Doctors and the entire medical profession made a serious error in prescribing these drugs and have not admitted to their share of responsibility for the deaths of 400,000 people.

James Gratz, Plymouth

NATURE

Save the Warner Nature Center

I am a volunteer raptor handler at Warner Nature Center. I have been volunteering every Friday, unless I’m on vacation, at the center since April 2002. Warner currently houses three raptors: a barred owl, a screech owl and an American kestrel. We hold a permit for a fourth raptor since our red-tailed hawk died of natural causes/old age a couple of years ago.

At Warner, we have a volunteer base that is dedicated and passionate about our responsibilities. One can’t be squeamish as a raptor handler. It includes gutting squirrels, gophers, rats or whatever else is on the menu that day. There is also some care that requires dexterity — like applying oil to foot pads while lifting sharp talons, avoiding potential biting and being sure to get the oil on the target area.

The Manitou Fund and the Science Museum of Minnesota run Warner Nature Center and plan to shut it down by the end of the year. The trickle-down effect for this decision is great, from the more than 100 dedicated volunteers to the children who have experienced the diverse ecosystems on the property to the aged barred owl that has had the same volunteers caring for her week after week, year after year.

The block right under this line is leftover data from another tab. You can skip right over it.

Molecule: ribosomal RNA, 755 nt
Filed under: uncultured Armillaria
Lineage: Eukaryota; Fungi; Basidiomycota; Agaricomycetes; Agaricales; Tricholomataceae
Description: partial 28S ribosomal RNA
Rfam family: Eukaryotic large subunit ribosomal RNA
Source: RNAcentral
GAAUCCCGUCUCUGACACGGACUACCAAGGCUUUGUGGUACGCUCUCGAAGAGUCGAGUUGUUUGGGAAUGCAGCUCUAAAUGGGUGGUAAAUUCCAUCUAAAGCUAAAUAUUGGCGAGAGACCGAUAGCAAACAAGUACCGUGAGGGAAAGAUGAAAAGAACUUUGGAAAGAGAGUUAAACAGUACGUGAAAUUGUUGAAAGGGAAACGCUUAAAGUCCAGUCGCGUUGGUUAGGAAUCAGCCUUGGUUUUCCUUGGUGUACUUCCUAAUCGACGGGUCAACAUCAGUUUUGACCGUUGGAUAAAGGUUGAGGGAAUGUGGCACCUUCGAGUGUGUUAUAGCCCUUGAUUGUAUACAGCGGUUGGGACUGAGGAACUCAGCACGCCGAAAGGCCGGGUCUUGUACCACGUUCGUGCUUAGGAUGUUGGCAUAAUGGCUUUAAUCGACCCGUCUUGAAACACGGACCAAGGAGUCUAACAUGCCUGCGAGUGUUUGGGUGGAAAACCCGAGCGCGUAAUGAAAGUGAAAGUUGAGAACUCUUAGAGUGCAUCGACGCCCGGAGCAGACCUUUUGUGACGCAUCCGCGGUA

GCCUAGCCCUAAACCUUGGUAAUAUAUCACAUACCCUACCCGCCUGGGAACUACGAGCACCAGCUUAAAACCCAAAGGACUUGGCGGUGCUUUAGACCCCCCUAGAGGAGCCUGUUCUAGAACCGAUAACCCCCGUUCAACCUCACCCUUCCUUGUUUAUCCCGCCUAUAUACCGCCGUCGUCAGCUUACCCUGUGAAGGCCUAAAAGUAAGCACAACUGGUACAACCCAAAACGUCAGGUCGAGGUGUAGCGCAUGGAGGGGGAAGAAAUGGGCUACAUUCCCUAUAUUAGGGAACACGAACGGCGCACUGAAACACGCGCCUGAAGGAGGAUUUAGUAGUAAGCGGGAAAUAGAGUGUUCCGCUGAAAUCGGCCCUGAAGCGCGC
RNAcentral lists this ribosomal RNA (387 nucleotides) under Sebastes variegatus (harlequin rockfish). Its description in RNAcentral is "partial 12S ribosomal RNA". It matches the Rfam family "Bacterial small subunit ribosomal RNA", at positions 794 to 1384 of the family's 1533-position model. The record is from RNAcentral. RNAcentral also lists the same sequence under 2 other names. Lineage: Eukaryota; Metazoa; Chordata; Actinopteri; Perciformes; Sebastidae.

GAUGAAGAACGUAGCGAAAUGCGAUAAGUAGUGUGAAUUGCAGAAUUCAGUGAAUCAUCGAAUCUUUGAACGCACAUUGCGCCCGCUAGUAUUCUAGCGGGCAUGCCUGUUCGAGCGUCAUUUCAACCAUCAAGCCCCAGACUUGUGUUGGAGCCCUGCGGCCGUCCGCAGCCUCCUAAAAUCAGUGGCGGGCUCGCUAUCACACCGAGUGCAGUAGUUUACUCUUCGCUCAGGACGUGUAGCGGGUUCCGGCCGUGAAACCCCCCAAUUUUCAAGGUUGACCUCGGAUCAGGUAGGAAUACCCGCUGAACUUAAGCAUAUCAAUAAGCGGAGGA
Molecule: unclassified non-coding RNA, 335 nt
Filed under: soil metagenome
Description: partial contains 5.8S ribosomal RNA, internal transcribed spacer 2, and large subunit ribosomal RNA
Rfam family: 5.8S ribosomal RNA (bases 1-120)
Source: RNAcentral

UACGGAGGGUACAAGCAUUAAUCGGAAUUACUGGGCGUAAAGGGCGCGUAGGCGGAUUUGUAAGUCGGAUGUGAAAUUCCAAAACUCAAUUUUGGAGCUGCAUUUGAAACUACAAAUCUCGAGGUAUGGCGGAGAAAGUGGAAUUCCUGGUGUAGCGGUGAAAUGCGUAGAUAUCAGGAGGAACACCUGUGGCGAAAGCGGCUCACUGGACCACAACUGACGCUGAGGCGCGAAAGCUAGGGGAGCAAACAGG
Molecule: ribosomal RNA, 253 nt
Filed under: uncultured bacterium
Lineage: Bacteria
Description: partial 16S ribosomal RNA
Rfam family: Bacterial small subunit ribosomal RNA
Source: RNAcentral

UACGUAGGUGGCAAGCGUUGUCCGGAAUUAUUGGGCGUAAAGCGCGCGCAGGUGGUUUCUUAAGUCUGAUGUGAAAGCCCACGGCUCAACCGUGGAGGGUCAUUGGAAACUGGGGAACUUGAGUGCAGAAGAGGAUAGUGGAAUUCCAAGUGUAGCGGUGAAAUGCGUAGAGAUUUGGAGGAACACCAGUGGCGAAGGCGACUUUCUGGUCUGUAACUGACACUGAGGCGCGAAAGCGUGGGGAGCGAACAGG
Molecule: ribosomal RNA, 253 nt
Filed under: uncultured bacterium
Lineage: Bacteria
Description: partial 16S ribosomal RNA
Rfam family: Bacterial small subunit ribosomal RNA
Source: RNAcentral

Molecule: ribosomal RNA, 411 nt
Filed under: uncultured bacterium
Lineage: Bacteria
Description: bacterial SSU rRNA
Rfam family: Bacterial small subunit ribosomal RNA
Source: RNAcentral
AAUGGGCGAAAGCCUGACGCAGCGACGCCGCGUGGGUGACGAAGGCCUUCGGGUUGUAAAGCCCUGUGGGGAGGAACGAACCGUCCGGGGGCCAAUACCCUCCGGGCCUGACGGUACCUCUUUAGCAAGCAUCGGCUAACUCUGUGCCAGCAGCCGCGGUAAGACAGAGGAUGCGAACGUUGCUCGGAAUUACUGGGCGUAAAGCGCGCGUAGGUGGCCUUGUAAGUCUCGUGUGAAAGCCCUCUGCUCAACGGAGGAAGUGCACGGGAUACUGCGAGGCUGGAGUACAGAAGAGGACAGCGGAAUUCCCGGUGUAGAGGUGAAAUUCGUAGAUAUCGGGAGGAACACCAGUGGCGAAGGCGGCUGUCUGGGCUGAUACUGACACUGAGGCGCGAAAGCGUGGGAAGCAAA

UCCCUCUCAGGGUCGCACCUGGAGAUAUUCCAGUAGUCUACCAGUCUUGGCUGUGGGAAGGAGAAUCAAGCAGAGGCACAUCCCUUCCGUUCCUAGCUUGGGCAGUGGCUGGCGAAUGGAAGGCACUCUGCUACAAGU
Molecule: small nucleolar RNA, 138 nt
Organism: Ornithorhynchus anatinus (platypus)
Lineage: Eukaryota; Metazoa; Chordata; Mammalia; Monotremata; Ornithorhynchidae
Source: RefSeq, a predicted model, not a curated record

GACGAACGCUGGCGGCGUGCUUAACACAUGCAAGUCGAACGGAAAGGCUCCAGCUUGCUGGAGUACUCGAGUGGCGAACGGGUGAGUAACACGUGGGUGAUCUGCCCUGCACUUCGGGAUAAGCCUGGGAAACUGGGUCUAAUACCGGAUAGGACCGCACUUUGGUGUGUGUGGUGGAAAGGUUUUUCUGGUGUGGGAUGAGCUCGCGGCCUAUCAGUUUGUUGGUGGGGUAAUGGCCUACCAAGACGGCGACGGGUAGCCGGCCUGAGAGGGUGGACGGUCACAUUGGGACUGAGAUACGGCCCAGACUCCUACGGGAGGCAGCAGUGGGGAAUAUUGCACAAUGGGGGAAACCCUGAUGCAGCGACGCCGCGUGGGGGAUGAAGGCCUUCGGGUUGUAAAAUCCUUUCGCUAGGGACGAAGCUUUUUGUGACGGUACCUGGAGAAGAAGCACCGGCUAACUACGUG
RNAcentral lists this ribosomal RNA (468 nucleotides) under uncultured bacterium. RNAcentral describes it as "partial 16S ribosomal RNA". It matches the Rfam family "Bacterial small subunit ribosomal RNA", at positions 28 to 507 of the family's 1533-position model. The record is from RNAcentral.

Will she survive a move to an unknown location with unknown caregivers? I’m hoping for a change of minds by the Manitou Fund or a miracle so we don’t have to put her to the test.

Kelli Fitzmorris, Scandia

MPLS. 2040 PLAN

Increase density, build community

“So, let’s talk about what ‘density’ really is” (Opinion Exchange, Sept. 17) draws several skewed conclusions about density and the Minneapolis 2040 Comprehensive Plan. The plan isn’t just about increasing density. Rather, it’s about building communities that work. Two points follow:

First, light-rail lines do attract new and higher density, and such projects are much better when they implement a community vision and follow development guidelines. For instance, the Prospect Park Station area exemplifies the “functional density” Becker refers to. Today there are over 1,200 new housing units built or under construction — affordable and market-rate — serving students, workers and seniors. New groceries, retail and hotels are part of the mix along with a new park, a walkable green street and district system for stormwater management. Automobiles are accommodated along with transit, pedestrian and bicycle travel. More development is coming along north of University Avenue and the light-rail line as the 2040 Plan is implemented.

Second, the argument that increased density isn’t compatible or appropriate in single-family neighborhoods is erroneous. In the historic Prospect Park neighborhood, for instance, development has evolved over time with a mix of housing — single-family, duplex, triplex, fourplex and apartment homes serving both renters and homeowners. With implementation of the Minneapolis 2040 Plan, a new zoning code will allow compatible changes that fit (building height and size) with the character of the neighborhoods. This change should not be scary. The issue, therefore, is not about density per se, but how to accommodate the change that is coming in ways that bring old and new neighbors together.

John Kari, Minneapolis

The writer is chair of the Prospect Park 2020 Board.